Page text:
Another design tool is ACCA Manual S, which limits the heat pump size to 125% of the calculated cooling load to prevent over sizing in air conditioning. For this we use the cooling capacity of the heat pump on low speed. Frankly, I have never witnessed system problems in cooling due to over sizing (short cycling and poor dehumidification). I have seen problems with over sizing where the unit puts out so much air, in both heat and cool mode, you have trouble getting all of it into the house in a comfortable way.
In the real world, all of the calculations may have been accurately performed, and the system installed accordingly, but if some aspect of the house doesn’t measure up to the assumptions, the system will effectively be undersized. Insulation levels and air sealing can affect heat pump performance. On many occasions we have fielded complaints about cost or comfort to find deficiencies with the insulated shell of the house.
Short loops are a often the whipping boy of outside trouble shooters. I don’t deny the possibility of loop troubles, but we believe in the old ARI standard 330. This standard documented the performance of heat pumps running on 32 degree source water temperature. The coldest loop I ever saw ( we have over 1000 installs) was 29 degrees, and the unit was purring right along. Now there is a penalty in both capacity and efficiency, but it’s not terrible.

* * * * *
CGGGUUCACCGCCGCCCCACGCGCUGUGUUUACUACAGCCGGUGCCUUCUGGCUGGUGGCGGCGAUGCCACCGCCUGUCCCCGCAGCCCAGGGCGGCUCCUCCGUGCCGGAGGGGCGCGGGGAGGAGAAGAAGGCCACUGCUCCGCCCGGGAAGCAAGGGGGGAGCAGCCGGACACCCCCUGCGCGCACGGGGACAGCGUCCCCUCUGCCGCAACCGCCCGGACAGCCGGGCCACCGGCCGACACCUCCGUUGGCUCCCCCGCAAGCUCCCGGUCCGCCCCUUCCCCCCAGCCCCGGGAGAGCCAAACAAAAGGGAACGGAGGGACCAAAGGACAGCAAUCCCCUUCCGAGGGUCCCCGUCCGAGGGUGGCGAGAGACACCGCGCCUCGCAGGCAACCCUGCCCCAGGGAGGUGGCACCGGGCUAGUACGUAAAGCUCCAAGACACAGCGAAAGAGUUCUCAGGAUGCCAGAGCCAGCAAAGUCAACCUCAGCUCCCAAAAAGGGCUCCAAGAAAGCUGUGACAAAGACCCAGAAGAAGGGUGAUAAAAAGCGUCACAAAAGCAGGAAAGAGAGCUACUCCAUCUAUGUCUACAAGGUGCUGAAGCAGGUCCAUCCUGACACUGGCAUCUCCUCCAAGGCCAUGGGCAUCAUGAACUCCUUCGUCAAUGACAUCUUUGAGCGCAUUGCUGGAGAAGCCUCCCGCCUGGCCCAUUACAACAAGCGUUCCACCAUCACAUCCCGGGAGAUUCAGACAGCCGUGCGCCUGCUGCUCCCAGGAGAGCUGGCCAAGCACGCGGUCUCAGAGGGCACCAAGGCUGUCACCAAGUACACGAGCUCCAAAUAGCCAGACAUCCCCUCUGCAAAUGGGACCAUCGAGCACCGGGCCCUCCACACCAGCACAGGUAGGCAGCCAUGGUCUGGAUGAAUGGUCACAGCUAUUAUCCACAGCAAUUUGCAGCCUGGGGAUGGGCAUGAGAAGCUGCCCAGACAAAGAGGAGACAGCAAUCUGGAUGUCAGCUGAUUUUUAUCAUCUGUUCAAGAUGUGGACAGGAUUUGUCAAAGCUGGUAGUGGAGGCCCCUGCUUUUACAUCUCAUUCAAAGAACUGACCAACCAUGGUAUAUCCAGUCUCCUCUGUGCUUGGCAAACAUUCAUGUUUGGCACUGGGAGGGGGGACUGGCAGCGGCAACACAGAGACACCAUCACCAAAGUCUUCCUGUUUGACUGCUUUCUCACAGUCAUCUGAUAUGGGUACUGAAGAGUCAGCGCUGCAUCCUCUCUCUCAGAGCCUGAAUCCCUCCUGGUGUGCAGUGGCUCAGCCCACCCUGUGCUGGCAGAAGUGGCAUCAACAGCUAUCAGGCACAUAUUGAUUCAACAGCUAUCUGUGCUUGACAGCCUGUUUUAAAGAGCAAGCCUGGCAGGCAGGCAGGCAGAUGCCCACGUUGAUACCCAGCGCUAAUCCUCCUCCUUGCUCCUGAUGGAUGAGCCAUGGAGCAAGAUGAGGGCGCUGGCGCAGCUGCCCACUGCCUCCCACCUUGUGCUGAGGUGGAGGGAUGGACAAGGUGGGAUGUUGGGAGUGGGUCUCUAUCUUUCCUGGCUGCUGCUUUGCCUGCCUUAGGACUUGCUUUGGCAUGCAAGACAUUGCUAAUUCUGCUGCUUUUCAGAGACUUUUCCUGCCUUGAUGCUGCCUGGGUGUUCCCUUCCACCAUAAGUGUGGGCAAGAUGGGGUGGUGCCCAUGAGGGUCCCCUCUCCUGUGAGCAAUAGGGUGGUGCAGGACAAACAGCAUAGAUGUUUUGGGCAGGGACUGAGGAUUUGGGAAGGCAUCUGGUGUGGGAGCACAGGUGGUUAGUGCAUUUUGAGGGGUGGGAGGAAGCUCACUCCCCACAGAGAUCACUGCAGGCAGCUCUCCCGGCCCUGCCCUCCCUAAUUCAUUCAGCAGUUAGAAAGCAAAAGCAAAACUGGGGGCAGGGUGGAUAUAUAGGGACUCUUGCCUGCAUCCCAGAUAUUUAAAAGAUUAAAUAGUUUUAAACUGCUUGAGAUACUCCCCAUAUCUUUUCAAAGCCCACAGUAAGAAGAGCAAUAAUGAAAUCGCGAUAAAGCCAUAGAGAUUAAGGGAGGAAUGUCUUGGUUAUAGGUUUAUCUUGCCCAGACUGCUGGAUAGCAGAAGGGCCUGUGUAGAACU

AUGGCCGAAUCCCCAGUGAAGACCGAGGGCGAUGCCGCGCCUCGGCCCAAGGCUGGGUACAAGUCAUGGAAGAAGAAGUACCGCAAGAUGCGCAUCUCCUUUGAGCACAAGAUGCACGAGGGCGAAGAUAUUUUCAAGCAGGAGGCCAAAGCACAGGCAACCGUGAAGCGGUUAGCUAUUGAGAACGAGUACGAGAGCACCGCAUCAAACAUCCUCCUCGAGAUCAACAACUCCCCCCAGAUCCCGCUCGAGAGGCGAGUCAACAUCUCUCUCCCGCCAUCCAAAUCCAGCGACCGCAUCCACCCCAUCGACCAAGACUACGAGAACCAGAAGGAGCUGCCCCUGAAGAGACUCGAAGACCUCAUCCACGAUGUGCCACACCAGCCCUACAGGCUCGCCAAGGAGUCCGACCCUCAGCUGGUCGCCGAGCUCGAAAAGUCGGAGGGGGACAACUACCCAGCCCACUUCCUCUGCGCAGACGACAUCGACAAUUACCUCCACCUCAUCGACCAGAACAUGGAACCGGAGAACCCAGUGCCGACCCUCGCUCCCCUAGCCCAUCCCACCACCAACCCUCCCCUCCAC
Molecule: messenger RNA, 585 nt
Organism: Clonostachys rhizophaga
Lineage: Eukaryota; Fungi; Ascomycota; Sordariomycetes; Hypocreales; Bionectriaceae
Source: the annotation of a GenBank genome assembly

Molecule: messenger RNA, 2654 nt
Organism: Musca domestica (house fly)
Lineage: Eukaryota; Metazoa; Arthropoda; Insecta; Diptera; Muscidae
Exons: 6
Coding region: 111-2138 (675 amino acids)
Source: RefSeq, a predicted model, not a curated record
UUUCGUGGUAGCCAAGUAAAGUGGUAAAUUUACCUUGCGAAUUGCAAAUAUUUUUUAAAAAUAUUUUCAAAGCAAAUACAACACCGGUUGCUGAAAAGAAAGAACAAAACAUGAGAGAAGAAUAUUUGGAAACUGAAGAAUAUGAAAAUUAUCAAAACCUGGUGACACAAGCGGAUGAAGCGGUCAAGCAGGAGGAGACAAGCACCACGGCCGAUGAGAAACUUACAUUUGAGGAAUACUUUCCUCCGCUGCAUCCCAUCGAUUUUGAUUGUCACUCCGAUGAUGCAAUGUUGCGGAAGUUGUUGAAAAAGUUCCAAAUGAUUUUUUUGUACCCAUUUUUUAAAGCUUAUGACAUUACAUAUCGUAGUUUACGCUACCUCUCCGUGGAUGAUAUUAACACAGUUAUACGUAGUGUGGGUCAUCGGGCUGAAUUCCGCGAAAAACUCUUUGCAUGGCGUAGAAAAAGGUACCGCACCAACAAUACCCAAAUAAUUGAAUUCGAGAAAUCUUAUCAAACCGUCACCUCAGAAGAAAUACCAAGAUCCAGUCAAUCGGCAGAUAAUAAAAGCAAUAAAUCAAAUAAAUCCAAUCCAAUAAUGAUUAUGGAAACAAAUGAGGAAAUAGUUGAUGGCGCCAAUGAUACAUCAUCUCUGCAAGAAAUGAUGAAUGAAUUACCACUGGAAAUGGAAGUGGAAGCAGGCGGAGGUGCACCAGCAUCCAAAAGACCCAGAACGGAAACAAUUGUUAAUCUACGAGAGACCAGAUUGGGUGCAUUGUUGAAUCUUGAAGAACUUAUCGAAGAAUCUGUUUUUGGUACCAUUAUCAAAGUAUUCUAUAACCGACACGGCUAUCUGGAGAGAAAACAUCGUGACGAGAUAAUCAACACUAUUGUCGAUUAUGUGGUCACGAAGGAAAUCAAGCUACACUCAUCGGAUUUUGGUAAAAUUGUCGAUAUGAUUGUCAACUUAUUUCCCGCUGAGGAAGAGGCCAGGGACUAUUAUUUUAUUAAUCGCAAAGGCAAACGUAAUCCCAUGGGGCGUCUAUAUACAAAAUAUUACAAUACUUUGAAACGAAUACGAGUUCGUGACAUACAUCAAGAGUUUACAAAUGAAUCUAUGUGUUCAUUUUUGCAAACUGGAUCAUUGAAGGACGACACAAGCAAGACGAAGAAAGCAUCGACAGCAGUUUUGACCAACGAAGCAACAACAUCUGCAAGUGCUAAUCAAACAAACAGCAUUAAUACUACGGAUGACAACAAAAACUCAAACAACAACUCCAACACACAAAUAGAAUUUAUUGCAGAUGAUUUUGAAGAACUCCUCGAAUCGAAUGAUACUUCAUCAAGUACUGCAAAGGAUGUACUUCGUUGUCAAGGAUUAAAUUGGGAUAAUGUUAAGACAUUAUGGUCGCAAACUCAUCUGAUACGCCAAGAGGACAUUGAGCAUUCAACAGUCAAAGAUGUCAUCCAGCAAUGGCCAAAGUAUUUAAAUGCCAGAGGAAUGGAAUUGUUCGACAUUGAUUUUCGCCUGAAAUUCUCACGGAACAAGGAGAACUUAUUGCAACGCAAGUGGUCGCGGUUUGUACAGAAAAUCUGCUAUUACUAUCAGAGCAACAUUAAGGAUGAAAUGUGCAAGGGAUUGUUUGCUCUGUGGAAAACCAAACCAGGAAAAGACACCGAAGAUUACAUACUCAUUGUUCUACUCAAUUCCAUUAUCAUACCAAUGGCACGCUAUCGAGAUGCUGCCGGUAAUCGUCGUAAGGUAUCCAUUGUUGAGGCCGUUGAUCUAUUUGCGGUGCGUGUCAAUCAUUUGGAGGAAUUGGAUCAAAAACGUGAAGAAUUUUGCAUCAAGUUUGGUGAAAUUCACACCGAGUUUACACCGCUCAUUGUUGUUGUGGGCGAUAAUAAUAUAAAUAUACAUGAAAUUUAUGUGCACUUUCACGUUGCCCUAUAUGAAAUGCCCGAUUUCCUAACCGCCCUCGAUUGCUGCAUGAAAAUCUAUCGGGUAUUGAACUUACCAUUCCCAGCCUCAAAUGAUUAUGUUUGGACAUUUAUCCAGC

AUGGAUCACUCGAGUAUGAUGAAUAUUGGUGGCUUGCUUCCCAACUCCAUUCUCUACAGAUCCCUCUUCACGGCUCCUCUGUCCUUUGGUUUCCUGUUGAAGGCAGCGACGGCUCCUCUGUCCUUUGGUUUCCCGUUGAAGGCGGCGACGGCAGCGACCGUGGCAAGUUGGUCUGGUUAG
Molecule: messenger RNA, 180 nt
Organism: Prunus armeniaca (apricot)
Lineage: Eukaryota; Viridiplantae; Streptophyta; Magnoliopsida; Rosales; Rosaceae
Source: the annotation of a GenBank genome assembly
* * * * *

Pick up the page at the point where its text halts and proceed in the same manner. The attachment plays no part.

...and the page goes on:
Flow rate in the loop can be a problem. Propylene glycol has the consistency of Karo syrup, especially when it gets really cold. It’s hard to pump. The industry standard for flow rate is 3 gpm/ton. We like to design for 5, settle for 4. The enhanced flow rate goes a long way towards supplying the unit with btus to extract
Another loop issue is insufficient antifreeze concentration. We were called into a job for high bills (not our install). The unit would run great all summer and into December, but would then shut down, the electric came on and monthly bills got pretty big until spring came. This went on for three years. The loop solution had a freeze point of 23 degrees. As the loop got colder, there would be flash freezing in the evaporator, and the loop flow would cease. The freeze point was reduced to 17 or so resulting in satisfaction.
Since most loops are parallel circuits manifolded together, there is the potential for one or more circuits to become air bound and stop flowing. For this reason, we insist on our manifolds to be in the building to let us purge each separately and prove flow through each. Inaccessible below grade manifolds preclude this form of trouble shooting.
Any of these issues will adversely impact the heat pumps performance and result in undue reliance on the auxiliary heat. However, they can all be fixed.